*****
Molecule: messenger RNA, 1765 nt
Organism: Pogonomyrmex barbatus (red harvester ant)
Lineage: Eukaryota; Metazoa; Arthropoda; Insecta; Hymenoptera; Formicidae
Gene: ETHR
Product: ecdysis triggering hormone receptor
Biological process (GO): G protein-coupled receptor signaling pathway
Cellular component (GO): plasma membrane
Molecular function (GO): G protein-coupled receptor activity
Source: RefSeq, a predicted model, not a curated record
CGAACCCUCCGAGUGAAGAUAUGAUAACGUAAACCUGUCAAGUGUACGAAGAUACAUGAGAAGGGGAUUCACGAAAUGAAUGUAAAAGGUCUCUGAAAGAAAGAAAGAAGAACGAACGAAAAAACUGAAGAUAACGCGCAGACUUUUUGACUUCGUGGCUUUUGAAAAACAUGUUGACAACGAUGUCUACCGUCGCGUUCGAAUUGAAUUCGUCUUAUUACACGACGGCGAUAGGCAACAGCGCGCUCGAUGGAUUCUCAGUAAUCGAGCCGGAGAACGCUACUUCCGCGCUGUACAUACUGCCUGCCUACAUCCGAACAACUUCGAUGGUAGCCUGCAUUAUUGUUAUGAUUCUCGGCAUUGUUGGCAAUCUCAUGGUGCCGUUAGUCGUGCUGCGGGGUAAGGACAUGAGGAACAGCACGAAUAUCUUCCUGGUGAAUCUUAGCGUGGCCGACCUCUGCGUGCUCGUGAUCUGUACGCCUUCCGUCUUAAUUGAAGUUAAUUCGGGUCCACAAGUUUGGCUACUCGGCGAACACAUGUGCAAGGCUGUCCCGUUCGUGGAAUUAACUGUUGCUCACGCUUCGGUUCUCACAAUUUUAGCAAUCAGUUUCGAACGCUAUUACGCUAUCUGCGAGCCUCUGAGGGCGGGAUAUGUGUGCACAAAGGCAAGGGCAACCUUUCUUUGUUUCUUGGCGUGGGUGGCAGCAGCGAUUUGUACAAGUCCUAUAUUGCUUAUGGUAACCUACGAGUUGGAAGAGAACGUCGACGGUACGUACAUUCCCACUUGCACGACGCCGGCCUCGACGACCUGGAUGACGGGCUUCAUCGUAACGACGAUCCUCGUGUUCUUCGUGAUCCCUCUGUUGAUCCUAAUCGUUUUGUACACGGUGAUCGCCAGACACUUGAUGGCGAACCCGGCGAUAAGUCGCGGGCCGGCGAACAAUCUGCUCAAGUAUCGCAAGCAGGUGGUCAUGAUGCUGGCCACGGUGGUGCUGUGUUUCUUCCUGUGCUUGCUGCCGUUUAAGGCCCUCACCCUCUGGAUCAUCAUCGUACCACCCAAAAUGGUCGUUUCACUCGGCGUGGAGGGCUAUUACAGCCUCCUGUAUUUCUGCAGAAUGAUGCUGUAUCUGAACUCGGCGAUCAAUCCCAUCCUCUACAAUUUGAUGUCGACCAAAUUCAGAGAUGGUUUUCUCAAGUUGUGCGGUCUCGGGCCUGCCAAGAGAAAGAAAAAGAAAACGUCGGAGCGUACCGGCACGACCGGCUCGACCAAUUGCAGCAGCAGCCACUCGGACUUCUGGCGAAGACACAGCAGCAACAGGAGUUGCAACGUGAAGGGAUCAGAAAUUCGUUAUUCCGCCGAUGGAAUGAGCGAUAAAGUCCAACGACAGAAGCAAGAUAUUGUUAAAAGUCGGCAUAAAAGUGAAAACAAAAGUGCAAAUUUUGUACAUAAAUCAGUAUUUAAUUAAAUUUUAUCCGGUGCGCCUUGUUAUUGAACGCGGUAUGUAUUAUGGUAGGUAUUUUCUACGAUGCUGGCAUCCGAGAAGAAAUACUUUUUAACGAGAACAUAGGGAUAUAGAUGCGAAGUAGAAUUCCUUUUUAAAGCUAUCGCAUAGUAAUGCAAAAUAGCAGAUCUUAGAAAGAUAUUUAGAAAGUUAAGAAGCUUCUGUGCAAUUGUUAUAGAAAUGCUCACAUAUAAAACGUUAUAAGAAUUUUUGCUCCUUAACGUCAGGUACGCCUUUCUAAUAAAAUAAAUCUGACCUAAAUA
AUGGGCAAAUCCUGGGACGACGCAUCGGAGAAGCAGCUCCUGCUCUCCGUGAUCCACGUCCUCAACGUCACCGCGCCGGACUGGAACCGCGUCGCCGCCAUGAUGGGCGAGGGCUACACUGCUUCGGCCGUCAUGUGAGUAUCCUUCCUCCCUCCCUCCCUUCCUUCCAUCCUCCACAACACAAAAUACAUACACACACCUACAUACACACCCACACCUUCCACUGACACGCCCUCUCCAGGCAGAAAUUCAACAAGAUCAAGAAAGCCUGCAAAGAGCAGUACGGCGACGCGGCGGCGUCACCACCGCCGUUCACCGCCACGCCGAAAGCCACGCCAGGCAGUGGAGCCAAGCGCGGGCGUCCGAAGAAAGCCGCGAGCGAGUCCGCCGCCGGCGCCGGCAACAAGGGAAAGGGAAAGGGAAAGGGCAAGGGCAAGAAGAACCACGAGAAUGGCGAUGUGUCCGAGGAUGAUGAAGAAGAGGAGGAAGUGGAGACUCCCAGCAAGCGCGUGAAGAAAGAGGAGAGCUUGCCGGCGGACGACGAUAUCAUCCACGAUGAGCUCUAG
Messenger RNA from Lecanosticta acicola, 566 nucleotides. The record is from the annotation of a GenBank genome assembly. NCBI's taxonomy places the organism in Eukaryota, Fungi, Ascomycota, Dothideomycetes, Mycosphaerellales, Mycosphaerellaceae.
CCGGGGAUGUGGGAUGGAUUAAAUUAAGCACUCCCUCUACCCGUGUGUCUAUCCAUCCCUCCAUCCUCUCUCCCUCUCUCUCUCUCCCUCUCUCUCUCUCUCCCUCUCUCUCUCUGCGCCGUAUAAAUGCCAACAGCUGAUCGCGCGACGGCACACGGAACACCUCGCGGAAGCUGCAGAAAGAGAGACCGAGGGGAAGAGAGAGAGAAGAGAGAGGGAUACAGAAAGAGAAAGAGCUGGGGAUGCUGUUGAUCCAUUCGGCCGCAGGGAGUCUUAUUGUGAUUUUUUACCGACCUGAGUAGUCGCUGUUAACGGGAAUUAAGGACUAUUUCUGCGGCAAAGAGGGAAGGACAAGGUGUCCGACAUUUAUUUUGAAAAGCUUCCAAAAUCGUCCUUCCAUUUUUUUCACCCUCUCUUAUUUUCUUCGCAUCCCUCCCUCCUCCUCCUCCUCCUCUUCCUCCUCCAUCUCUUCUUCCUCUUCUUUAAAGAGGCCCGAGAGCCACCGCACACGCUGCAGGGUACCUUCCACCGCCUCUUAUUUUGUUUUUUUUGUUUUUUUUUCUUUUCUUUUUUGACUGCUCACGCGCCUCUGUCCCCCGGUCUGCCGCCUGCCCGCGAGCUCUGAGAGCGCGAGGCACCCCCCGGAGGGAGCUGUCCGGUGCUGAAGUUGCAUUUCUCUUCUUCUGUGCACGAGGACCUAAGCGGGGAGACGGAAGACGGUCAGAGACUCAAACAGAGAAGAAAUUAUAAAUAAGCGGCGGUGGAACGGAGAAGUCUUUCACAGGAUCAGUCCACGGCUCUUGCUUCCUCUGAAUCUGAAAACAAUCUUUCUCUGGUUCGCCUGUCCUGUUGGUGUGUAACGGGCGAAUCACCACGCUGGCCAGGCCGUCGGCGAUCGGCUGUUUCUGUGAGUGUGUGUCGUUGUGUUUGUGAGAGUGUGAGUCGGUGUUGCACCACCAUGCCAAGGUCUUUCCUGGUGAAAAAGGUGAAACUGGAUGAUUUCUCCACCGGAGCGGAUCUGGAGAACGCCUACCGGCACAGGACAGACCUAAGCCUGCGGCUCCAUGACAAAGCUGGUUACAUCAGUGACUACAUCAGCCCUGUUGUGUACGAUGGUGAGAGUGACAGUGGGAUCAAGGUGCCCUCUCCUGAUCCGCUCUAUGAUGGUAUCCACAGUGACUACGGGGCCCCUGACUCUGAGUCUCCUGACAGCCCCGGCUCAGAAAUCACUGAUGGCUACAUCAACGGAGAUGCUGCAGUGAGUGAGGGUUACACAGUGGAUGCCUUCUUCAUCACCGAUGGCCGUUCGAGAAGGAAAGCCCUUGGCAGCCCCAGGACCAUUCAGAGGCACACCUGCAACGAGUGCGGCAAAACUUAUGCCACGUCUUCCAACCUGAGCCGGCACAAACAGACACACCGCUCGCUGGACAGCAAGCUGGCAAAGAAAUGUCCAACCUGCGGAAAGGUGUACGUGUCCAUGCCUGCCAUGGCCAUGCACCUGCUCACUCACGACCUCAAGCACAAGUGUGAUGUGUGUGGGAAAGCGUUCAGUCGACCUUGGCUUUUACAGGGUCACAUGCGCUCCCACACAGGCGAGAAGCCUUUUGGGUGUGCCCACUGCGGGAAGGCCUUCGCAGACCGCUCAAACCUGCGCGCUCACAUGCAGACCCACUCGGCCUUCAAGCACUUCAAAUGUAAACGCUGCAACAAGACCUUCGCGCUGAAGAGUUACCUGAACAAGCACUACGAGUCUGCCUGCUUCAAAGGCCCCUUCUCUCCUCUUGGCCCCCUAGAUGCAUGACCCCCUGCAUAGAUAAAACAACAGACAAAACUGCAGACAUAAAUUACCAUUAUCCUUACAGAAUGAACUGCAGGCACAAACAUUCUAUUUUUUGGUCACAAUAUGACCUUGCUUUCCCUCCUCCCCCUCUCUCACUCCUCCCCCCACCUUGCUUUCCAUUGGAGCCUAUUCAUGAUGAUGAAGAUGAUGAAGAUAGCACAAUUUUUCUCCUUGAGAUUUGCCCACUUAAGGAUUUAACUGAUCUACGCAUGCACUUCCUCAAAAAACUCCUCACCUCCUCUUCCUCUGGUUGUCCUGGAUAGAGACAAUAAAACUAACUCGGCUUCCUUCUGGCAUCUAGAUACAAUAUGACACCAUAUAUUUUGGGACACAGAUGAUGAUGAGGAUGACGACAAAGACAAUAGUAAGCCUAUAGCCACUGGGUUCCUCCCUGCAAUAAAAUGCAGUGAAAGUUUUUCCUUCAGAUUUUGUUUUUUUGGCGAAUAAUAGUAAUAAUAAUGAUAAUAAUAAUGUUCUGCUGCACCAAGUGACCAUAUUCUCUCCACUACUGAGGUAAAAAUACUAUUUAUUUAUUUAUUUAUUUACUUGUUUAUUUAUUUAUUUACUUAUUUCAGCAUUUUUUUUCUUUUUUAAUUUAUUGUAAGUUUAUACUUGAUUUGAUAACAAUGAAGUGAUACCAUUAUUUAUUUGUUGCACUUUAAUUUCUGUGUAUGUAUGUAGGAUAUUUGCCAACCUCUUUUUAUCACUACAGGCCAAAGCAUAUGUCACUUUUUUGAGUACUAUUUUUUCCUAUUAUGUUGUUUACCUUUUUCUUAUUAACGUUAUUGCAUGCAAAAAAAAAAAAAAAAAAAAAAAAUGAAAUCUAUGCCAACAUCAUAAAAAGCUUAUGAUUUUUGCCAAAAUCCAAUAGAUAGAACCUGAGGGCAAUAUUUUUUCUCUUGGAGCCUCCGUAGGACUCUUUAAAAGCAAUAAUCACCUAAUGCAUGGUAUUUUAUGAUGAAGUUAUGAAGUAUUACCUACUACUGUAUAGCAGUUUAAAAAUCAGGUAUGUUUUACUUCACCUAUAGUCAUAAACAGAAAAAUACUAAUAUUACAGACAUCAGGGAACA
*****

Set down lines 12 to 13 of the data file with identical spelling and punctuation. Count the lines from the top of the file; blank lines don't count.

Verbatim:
Messenger RNA from Lecanosticta acicola, 566 nucleotides. The record is from the annotation of a GenBank genome assembly. NCBI's taxonomy places the organism in Eukaryota, Fungi, Ascomycota, Dothideomycetes, Mycosphaerellales, Mycosphaerellaceae.
CCGGGGAUGUGGGAUGGAUUAAAUUAAGCACUCCCUCUACCCGUGUGUCUAUCCAUCCCUCCAUCCUCUCUCCCUCUCUCUCUCUCCCUCUCUCUCUCUCUCCCUCUCUCUCUCUGCGCCGUAUAAAUGCCAACAGCUGAUCGCGCGACGGCACACGGAACACCUCGCGGAAGCUGCAGAAAGAGAGACCGAGGGGAAGAGAGAGAGAAGAGAGAGGGAUACAGAAAGAGAAAGAGCUGGGGAUGCUGUUGAUCCAUUCGGCCGCAGGGAGUCUUAUUGUGAUUUUUUACCGACCUGAGUAGUCGCUGUUAACGGGAAUUAAGGACUAUUUCUGCGGCAAAGAGGGAAGGACAAGGUGUCCGACAUUUAUUUUGAAAAGCUUCCAAAAUCGUCCUUCCAUUUUUUUCACCCUCUCUUAUUUUCUUCGCAUCCCUCCCUCCUCCUCCUCCUCCUCUUCCUCCUCCAUCUCUUCUUCCUCUUCUUUAAAGAGGCCCGAGAGCCACCGCACACGCUGCAGGGUACCUUCCACCGCCUCUUAUUUUGUUUUUUUUGUUUUUUUUUCUUUUCUUUUUUGACUGCUCACGCGCCUCUGUCCCCCGGUCUGCCGCCUGCCCGCGAGCUCUGAGAGCGCGAGGCACCCCCCGGAGGGAGCUGUCCGGUGCUGAAGUUGCAUUUCUCUUCUUCUGUGCACGAGGACCUAAGCGGGGAGACGGAAGACGGUCAGAGACUCAAACAGAGAAGAAAUUAUAAAUAAGCGGCGGUGGAACGGAGAAGUCUUUCACAGGAUCAGUCCACGGCUCUUGCUUCCUCUGAAUCUGAAAACAAUCUUUCUCUGGUUCGCCUGUCCUGUUGGUGUGUAACGGGCGAAUCACCACGCUGGCCAGGCCGUCGGCGAUCGGCUGUUUCUGUGAGUGUGUGUCGUUGUGUUUGUGAGAGUGUGAGUCGGUGUUGCACCACCAUGCCAAGGUCUUUCCUGGUGAAAAAGGUGAAACUGGAUGAUUUCUCCACCGGAGCGGAUCUGGAGAACGCCUACCGGCACAGGACAGACCUAAGCCUGCGGCUCCAUGACAAAGCUGGUUACAUCAGUGACUACAUCAGCCCUGUUGUGUACGAUGGUGAGAGUGACAGUGGGAUCAAGGUGCCCUCUCCUGAUCCGCUCUAUGAUGGUAUCCACAGUGACUACGGGGCCCCUGACUCUGAGUCUCCUGACAGCCCCGGCUCAGAAAUCACUGAUGGCUACAUCAACGGAGAUGCUGCAGUGAGUGAGGGUUACACAGUGGAUGCCUUCUUCAUCACCGAUGGCCGUUCGAGAAGGAAAGCCCUUGGCAGCCCCAGGACCAUUCAGAGGCACACCUGCAACGAGUGCGGCAAAACUUAUGCCACGUCUUCCAACCUGAGCCGGCACAAACAGACACACCGCUCGCUGGACAGCAAGCUGGCAAAGAAAUGUCCAACCUGCGGAAAGGUGUACGUGUCCAUGCCUGCCAUGGCCAUGCACCUGCUCACUCACGACCUCAAGCACAAGUGUGAUGUGUGUGGGAAAGCGUUCAGUCGACCUUGGCUUUUACAGGGUCACAUGCGCUCCCACACAGGCGAGAAGCCUUUUGGGUGUGCCCACUGCGGGAAGGCCUUCGCAGACCGCUCAAACCUGCGCGCUCACAUGCAGACCCACUCGGCCUUCAAGCACUUCAAAUGUAAACGCUGCAACAAGACCUUCGCGCUGAAGAGUUACCUGAACAAGCACUACGAGUCUGCCUGCUUCAAAGGCCCCUUCUCUCCUCUUGGCCCCCUAGAUGCAUGACCCCCUGCAUAGAUAAAACAACAGACAAAACUGCAGACAUAAAUUACCAUUAUCCUUACAGAAUGAACUGCAGGCACAAACAUUCUAUUUUUUGGUCACAAUAUGACCUUGCUUUCCCUCCUCCCCCUCUCUCACUCCUCCCCCCACCUUGCUUUCCAUUGGAGCCUAUUCAUGAUGAUGAAGAUGAUGAAGAUAGCACAAUUUUUCUCCUUGAGAUUUGCCCACUUAAGGAUUUAACUGAUCUACGCAUGCACUUCCUCAAAAAACUCCUCACCUCCUCUUCCUCUGGUUGUCCUGGAUAGAGACAAUAAAACUAACUCGGCUUCCUUCUGGCAUCUAGAUACAAUAUGACACCAUAUAUUUUGGGACACAGAUGAUGAUGAGGAUGACGACAAAGACAAUAGUAAGCCUAUAGCCACUGGGUUCCUCCCUGCAAUAAAAUGCAGUGAAAGUUUUUCCUUCAGAUUUUGUUUUUUUGGCGAAUAAUAGUAAUAAUAAUGAUAAUAAUAAUGUUCUGCUGCACCAAGUGACCAUAUUCUCUCCACUACUGAGGUAAAAAUACUAUUUAUUUAUUUAUUUAUUUACUUGUUUAUUUAUUUAUUUACUUAUUUCAGCAUUUUUUUUCUUUUUUAAUUUAUUGUAAGUUUAUACUUGAUUUGAUAACAAUGAAGUGAUACCAUUAUUUAUUUGUUGCACUUUAAUUUCUGUGUAUGUAUGUAGGAUAUUUGCCAACCUCUUUUUAUCACUACAGGCCAAAGCAUAUGUCACUUUUUUGAGUACUAUUUUUUCCUAUUAUGUUGUUUACCUUUUUCUUAUUAACGUUAUUGCAUGCAAAAAAAAAAAAAAAAAAAAAAAAUGAAAUCUAUGCCAACAUCAUAAAAAGCUUAUGAUUUUUGCCAAAAUCCAAUAGAUAGAACCUGAGGGCAAUAUUUUUUCUCUUGGAGCCUCCGUAGGACUCUUUAAAAGCAAUAAUCACCUAAUGCAUGGUAUUUUAUGAUGAAGUUAUGAAGUAUUACCUACUACUGUAUAGCAGUUUAAAAAUCAGGUAUGUUUUACUUCACCUAUAGUCAUAAACAGAAAAAUACUAAUAUUACAGACAUCAGGGAACA